Christianity isn't just some other lifestyle choice. It's this attitude that not only blinds people to the truth of the gospel and turns them off Christianity when other lifestyle choices look so more attractive, but it's also unfortunately the attitude that can mean poeple 'backslide' once they've made a commitment. I know that's the case with my youngest brother. Having made a commitment on camp a few years ago he now has turned his back on Christianity, and God. He fails to see that the fundamental issue at first isn't whether he lives like a Christian but whether he believes that Jesus is the Son of God. His words to me were "I've tried living as a Christian, and it's just not me." Those words smack of "Look, I've tried this lifestyle ok but it's just not for me, I'm gonna try something else". The underlying message behind his words is that he wasn't focusing on Jesus or the truth of the gospel or the strength of God to get him through teenage troubles and life's difficulties, but he was trying to live in the right way, as he thought he should live, as he perceives a Christian should. And that is the attitude that leads to legalism - trying to base your life, your merits, on what you do. And of course, that fails, because you will never live up to the pressure you put on yourself. And we will never live up to the standard we need to without Jesus.

Christianity isn't just some other lifestyle choice. The question I'm asking myself is, do I make it look like that? Do my family and friends think I'm a Christian just because that's what I do; because I have this social group I meet with every Sunday and during the week; because CU is just another club; because I get to organise events and things and it gives me stuff to do and get involved in; because by going to church I'm somehow making myself right with God; because I've found my niche?

Or do they know that I'm a Christian because I've had my eyes opened to the truth of the gospel - that there is nothing I can do that will get me right with God, that Jesus has done it all? Do they know that church/CU/house group/prayer meetings aren't just social activities but time spent with family, learning more about how great God is and praising Him? Do they know that these things excite me not just because I'm spending time with friends but because God excites me? Do they know that whatever I organise or don't; whatever I'm involved in in the church or not, that is not my value; my value comes from knowing I'm a child of God?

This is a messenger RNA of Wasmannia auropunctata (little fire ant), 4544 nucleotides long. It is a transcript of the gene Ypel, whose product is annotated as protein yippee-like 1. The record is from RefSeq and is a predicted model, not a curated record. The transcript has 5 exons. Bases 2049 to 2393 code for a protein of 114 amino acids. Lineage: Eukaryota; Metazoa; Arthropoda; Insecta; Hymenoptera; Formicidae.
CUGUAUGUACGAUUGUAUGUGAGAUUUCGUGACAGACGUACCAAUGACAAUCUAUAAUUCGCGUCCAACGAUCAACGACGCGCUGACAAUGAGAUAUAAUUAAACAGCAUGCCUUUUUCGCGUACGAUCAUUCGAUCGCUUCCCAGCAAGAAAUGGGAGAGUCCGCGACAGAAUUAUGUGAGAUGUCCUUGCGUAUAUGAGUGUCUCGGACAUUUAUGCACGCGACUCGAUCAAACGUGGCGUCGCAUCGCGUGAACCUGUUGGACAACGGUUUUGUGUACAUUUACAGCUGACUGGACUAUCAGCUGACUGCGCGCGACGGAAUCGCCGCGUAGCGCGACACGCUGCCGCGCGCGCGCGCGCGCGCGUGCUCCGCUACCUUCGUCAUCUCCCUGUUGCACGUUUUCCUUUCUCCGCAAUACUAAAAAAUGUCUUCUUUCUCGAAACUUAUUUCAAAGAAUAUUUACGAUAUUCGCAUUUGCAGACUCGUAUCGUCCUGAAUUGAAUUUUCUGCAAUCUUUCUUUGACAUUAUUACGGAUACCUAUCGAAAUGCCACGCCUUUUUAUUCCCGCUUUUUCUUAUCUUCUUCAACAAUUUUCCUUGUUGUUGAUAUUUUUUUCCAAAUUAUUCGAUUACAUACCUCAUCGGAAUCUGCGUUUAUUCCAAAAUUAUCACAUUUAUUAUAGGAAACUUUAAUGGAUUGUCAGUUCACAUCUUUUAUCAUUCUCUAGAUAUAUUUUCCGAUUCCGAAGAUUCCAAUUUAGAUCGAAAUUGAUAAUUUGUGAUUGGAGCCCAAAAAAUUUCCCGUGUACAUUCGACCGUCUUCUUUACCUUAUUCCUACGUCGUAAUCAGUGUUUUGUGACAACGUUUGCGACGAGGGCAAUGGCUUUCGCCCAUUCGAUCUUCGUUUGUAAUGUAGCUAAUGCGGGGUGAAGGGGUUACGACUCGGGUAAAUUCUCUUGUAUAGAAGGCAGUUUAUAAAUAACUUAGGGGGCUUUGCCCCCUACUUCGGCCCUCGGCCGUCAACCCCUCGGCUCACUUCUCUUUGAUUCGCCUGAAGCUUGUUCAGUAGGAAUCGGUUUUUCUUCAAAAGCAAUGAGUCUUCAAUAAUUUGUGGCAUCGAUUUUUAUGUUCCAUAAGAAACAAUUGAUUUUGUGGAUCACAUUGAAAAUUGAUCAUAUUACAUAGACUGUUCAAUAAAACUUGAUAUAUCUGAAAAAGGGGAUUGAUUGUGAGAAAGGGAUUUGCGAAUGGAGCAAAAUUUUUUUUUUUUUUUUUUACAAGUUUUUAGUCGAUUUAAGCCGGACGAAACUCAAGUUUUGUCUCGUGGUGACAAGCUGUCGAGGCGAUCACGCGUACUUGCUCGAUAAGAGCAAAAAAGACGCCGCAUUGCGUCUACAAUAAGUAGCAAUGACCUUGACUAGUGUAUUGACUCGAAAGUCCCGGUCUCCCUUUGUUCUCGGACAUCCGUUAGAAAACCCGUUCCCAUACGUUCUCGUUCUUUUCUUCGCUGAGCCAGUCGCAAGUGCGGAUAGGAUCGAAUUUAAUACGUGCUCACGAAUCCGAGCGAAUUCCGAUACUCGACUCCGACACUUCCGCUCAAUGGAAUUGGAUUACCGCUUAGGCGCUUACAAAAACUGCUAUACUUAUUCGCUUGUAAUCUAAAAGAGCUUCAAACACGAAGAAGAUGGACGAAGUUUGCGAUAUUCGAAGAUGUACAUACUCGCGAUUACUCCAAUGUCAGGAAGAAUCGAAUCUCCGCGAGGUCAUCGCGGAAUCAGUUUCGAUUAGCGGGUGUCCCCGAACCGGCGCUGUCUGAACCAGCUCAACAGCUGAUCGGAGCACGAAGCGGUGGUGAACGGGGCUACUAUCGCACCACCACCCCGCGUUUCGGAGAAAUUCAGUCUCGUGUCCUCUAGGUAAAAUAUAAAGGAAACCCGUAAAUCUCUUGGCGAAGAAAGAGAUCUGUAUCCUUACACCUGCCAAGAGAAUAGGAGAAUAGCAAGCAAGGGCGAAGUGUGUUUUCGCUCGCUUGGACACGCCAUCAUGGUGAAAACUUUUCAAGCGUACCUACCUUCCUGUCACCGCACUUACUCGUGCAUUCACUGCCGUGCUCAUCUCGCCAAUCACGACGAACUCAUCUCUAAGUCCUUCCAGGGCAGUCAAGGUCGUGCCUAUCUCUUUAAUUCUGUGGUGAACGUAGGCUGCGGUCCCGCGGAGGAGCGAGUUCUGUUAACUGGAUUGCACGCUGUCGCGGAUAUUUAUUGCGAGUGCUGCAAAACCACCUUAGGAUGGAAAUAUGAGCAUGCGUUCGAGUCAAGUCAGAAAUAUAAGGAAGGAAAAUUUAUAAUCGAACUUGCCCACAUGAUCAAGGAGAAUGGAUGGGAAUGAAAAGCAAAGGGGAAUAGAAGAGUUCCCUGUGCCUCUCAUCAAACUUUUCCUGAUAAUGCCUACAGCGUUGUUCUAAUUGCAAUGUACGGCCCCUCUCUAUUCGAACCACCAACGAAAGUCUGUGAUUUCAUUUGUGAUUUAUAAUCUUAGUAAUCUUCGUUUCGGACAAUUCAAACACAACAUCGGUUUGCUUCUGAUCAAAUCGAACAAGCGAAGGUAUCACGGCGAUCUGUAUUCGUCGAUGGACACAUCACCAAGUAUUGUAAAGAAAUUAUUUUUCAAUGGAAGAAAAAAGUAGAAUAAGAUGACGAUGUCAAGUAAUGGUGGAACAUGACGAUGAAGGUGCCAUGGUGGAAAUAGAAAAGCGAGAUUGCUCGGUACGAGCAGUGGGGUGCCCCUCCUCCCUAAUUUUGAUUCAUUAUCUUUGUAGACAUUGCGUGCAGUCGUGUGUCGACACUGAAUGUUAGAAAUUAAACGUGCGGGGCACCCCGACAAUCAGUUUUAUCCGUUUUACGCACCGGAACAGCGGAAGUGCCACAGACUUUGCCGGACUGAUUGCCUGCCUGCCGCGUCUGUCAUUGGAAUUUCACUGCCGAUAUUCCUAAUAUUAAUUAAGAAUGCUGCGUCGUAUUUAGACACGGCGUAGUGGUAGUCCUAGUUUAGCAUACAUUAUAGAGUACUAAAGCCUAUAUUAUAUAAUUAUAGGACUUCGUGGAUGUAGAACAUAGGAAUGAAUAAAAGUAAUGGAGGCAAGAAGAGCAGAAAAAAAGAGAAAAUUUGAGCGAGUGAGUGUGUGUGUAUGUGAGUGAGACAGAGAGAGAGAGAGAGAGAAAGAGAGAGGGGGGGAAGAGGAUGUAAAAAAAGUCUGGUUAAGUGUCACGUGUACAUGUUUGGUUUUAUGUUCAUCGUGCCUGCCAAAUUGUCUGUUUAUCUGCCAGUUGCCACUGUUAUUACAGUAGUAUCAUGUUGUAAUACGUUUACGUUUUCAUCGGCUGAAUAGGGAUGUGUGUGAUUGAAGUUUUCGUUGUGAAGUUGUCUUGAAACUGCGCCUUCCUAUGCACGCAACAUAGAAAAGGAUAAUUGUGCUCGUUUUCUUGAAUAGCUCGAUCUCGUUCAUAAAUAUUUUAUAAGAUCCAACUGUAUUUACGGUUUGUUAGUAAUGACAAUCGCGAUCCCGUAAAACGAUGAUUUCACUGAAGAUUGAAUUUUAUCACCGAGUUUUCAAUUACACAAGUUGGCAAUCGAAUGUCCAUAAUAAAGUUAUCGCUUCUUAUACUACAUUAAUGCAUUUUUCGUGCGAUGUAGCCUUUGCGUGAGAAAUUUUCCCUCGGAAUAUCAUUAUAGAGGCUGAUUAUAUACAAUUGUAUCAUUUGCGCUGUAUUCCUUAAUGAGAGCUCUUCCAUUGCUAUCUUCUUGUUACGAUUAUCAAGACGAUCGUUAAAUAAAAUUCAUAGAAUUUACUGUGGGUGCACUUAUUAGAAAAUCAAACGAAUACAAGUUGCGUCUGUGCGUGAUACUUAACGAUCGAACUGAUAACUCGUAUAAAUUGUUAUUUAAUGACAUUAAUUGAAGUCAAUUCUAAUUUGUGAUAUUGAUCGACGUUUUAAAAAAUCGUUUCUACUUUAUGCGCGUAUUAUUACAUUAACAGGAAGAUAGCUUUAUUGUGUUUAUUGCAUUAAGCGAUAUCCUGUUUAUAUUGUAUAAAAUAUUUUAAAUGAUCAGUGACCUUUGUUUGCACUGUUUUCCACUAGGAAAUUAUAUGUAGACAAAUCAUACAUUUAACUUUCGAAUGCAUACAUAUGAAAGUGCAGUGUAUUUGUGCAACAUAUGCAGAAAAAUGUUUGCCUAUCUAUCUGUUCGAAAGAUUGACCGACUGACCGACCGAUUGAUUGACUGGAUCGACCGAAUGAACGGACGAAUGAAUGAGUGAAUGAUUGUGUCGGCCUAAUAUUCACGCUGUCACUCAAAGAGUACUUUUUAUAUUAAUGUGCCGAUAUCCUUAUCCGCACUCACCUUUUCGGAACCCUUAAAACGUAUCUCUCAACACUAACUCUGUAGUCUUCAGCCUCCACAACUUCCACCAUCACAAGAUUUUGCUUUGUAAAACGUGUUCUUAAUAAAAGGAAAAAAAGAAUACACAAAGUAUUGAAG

Do they know that yes, I've found my niche, in the arms of my loving Heavenly Father; do they know that it's their niche too?

They'll only know that if I live it, and if I tell them. If I demonstrate through actions and words that this isn't just another way to live; it's the way to live. I need to speak more. Because when someone looks at your life, especially nowadays with all the different 'lifestyles' being batted around in the press as good for you in different ways, it's easy for them tothink that being a Christian is just another fad, just another lifestyle, just another social thing.

It's not. Praise God for that, and Oh Lord, give me the strength and courage to live as though I'm living for Jesus, not as though I'm following the rules of a lifestyle; and to tell people the gospel, for Your glory.


Blogger FloydTheBarber said...

Good stuff Ceryn.

I was sharing the Gospel with a mate on saturday, and tried to tell him about why i am separated from God apart from Christ and his response was 'but thats crazy ed, you're a really good guy' (he'd had a few)...which as least made a change from 'Christians all think they're so much better than everyone else'.

I guess thats comes from our assurance that we are saved whereas our NC mates aren' we need to tell them WHY we're sure as much and as soon as possible...

Thanks for making me think.

4:37 PM